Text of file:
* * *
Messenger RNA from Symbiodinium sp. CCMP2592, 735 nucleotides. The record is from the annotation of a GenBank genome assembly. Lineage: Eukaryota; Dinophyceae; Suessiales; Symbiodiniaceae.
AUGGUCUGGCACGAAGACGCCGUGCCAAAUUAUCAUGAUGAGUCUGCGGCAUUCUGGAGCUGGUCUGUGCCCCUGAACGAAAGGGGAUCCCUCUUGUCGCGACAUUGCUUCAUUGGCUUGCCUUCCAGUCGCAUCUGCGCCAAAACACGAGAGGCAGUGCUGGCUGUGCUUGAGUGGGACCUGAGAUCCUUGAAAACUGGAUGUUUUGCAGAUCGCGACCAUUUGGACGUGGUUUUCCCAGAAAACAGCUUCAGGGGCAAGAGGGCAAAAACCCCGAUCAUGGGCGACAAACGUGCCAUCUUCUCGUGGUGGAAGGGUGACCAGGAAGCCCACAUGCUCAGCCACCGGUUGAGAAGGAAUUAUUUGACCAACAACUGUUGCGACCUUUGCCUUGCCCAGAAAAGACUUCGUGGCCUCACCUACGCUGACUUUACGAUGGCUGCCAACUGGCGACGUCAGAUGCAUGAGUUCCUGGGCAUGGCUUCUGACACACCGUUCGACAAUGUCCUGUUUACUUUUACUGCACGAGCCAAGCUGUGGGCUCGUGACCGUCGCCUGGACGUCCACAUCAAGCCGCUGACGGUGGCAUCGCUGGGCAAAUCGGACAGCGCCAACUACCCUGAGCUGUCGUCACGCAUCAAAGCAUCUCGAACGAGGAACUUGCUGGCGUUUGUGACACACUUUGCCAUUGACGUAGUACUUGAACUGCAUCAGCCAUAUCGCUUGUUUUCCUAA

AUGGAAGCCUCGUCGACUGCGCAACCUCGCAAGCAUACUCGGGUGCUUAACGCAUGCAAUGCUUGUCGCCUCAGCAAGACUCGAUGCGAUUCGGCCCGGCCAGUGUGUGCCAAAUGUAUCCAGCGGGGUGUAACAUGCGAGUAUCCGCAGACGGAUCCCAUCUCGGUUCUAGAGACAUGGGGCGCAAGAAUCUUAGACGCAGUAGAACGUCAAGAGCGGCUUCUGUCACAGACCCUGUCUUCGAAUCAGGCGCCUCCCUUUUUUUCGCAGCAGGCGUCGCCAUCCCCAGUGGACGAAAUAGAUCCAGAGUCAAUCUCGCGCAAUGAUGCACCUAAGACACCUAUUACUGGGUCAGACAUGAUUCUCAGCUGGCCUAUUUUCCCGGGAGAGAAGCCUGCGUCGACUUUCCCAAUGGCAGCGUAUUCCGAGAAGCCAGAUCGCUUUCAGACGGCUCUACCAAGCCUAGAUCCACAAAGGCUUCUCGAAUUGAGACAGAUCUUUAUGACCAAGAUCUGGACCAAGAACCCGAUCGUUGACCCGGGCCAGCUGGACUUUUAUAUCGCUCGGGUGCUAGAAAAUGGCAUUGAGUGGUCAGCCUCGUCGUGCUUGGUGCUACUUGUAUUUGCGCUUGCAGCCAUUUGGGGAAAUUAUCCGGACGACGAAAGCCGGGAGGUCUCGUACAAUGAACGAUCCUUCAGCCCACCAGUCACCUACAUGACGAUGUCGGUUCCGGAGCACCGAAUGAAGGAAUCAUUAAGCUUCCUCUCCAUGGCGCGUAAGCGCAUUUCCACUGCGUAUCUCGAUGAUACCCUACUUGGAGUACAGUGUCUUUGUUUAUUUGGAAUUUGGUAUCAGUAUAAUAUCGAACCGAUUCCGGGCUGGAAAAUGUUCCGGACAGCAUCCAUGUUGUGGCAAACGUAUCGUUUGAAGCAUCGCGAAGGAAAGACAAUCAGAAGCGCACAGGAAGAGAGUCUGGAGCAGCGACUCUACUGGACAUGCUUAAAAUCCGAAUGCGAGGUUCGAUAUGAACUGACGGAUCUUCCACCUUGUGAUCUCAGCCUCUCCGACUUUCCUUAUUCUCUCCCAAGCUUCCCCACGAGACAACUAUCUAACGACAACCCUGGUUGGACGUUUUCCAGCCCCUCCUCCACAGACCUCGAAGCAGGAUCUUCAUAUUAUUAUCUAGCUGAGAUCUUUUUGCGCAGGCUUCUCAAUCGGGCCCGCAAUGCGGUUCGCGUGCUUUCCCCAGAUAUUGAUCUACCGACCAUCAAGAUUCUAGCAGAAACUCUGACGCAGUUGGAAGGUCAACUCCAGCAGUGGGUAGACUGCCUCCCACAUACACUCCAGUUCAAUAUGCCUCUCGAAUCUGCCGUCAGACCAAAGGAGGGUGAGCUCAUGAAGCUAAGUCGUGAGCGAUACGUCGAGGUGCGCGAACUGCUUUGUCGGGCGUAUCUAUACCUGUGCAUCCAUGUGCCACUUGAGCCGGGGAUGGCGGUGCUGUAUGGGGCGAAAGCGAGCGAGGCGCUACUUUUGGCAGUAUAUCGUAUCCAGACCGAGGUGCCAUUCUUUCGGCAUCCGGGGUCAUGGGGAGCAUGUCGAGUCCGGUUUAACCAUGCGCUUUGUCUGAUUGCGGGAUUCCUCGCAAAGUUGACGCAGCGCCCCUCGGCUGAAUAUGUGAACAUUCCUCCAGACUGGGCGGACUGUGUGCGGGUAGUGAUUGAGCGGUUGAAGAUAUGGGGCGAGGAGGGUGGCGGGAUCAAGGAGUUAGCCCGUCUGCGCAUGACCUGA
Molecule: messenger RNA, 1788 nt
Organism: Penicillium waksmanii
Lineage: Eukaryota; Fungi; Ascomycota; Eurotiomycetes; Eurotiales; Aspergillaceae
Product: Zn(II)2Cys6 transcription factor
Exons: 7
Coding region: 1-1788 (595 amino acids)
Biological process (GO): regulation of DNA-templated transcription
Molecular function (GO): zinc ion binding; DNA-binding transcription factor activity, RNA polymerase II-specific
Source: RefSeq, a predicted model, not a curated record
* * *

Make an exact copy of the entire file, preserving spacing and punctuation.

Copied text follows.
Messenger RNA from Symbiodinium sp. CCMP2592, 735 nucleotides. The record is from the annotation of a GenBank genome assembly. Lineage: Eukaryota; Dinophyceae; Suessiales; Symbiodiniaceae.
AUGGUCUGGCACGAAGACGCCGUGCCAAAUUAUCAUGAUGAGUCUGCGGCAUUCUGGAGCUGGUCUGUGCCCCUGAACGAAAGGGGAUCCCUCUUGUCGCGACAUUGCUUCAUUGGCUUGCCUUCCAGUCGCAUCUGCGCCAAAACACGAGAGGCAGUGCUGGCUGUGCUUGAGUGGGACCUGAGAUCCUUGAAAACUGGAUGUUUUGCAGAUCGCGACCAUUUGGACGUGGUUUUCCCAGAAAACAGCUUCAGGGGCAAGAGGGCAAAAACCCCGAUCAUGGGCGACAAACGUGCCAUCUUCUCGUGGUGGAAGGGUGACCAGGAAGCCCACAUGCUCAGCCACCGGUUGAGAAGGAAUUAUUUGACCAACAACUGUUGCGACCUUUGCCUUGCCCAGAAAAGACUUCGUGGCCUCACCUACGCUGACUUUACGAUGGCUGCCAACUGGCGACGUCAGAUGCAUGAGUUCCUGGGCAUGGCUUCUGACACACCGUUCGACAAUGUCCUGUUUACUUUUACUGCACGAGCCAAGCUGUGGGCUCGUGACCGUCGCCUGGACGUCCACAUCAAGCCGCUGACGGUGGCAUCGCUGGGCAAAUCGGACAGCGCCAACUACCCUGAGCUGUCGUCACGCAUCAAAGCAUCUCGAACGAGGAACUUGCUGGCGUUUGUGACACACUUUGCCAUUGACGUAGUACUUGAACUGCAUCAGCCAUAUCGCUUGUUUUCCUAA

AUGGAAGCCUCGUCGACUGCGCAACCUCGCAAGCAUACUCGGGUGCUUAACGCAUGCAAUGCUUGUCGCCUCAGCAAGACUCGAUGCGAUUCGGCCCGGCCAGUGUGUGCCAAAUGUAUCCAGCGGGGUGUAACAUGCGAGUAUCCGCAGACGGAUCCCAUCUCGGUUCUAGAGACAUGGGGCGCAAGAAUCUUAGACGCAGUAGAACGUCAAGAGCGGCUUCUGUCACAGACCCUGUCUUCGAAUCAGGCGCCUCCCUUUUUUUCGCAGCAGGCGUCGCCAUCCCCAGUGGACGAAAUAGAUCCAGAGUCAAUCUCGCGCAAUGAUGCACCUAAGACACCUAUUACUGGGUCAGACAUGAUUCUCAGCUGGCCUAUUUUCCCGGGAGAGAAGCCUGCGUCGACUUUCCCAAUGGCAGCGUAUUCCGAGAAGCCAGAUCGCUUUCAGACGGCUCUACCAAGCCUAGAUCCACAAAGGCUUCUCGAAUUGAGACAGAUCUUUAUGACCAAGAUCUGGACCAAGAACCCGAUCGUUGACCCGGGCCAGCUGGACUUUUAUAUCGCUCGGGUGCUAGAAAAUGGCAUUGAGUGGUCAGCCUCGUCGUGCUUGGUGCUACUUGUAUUUGCGCUUGCAGCCAUUUGGGGAAAUUAUCCGGACGACGAAAGCCGGGAGGUCUCGUACAAUGAACGAUCCUUCAGCCCACCAGUCACCUACAUGACGAUGUCGGUUCCGGAGCACCGAAUGAAGGAAUCAUUAAGCUUCCUCUCCAUGGCGCGUAAGCGCAUUUCCACUGCGUAUCUCGAUGAUACCCUACUUGGAGUACAGUGUCUUUGUUUAUUUGGAAUUUGGUAUCAGUAUAAUAUCGAACCGAUUCCGGGCUGGAAAAUGUUCCGGACAGCAUCCAUGUUGUGGCAAACGUAUCGUUUGAAGCAUCGCGAAGGAAAGACAAUCAGAAGCGCACAGGAAGAGAGUCUGGAGCAGCGACUCUACUGGACAUGCUUAAAAUCCGAAUGCGAGGUUCGAUAUGAACUGACGGAUCUUCCACCUUGUGAUCUCAGCCUCUCCGACUUUCCUUAUUCUCUCCCAAGCUUCCCCACGAGACAACUAUCUAACGACAACCCUGGUUGGACGUUUUCCAGCCCCUCCUCCACAGACCUCGAAGCAGGAUCUUCAUAUUAUUAUCUAGCUGAGAUCUUUUUGCGCAGGCUUCUCAAUCGGGCCCGCAAUGCGGUUCGCGUGCUUUCCCCAGAUAUUGAUCUACCGACCAUCAAGAUUCUAGCAGAAACUCUGACGCAGUUGGAAGGUCAACUCCAGCAGUGGGUAGACUGCCUCCCACAUACACUCCAGUUCAAUAUGCCUCUCGAAUCUGCCGUCAGACCAAAGGAGGGUGAGCUCAUGAAGCUAAGUCGUGAGCGAUACGUCGAGGUGCGCGAACUGCUUUGUCGGGCGUAUCUAUACCUGUGCAUCCAUGUGCCACUUGAGCCGGGGAUGGCGGUGCUGUAUGGGGCGAAAGCGAGCGAGGCGCUACUUUUGGCAGUAUAUCGUAUCCAGACCGAGGUGCCAUUCUUUCGGCAUCCGGGGUCAUGGGGAGCAUGUCGAGUCCGGUUUAACCAUGCGCUUUGUCUGAUUGCGGGAUUCCUCGCAAAGUUGACGCAGCGCCCCUCGGCUGAAUAUGUGAACAUUCCUCCAGACUGGGCGGACUGUGUGCGGGUAGUGAUUGAGCGGUUGAAGAUAUGGGGCGAGGAGGGUGGCGGGAUCAAGGAGUUAGCCCGUCUGCGCAUGACCUGA
Molecule: messenger RNA, 1788 nt
Organism: Penicillium waksmanii
Lineage: Eukaryota; Fungi; Ascomycota; Eurotiomycetes; Eurotiales; Aspergillaceae
Product: Zn(II)2Cys6 transcription factor
Exons: 7
Coding region: 1-1788 (595 amino acids)
Biological process (GO): regulation of DNA-templated transcription
Molecular function (GO): zinc ion binding; DNA-binding transcription factor activity, RNA polymerase II-specific
Source: RefSeq, a predicted model, not a curated record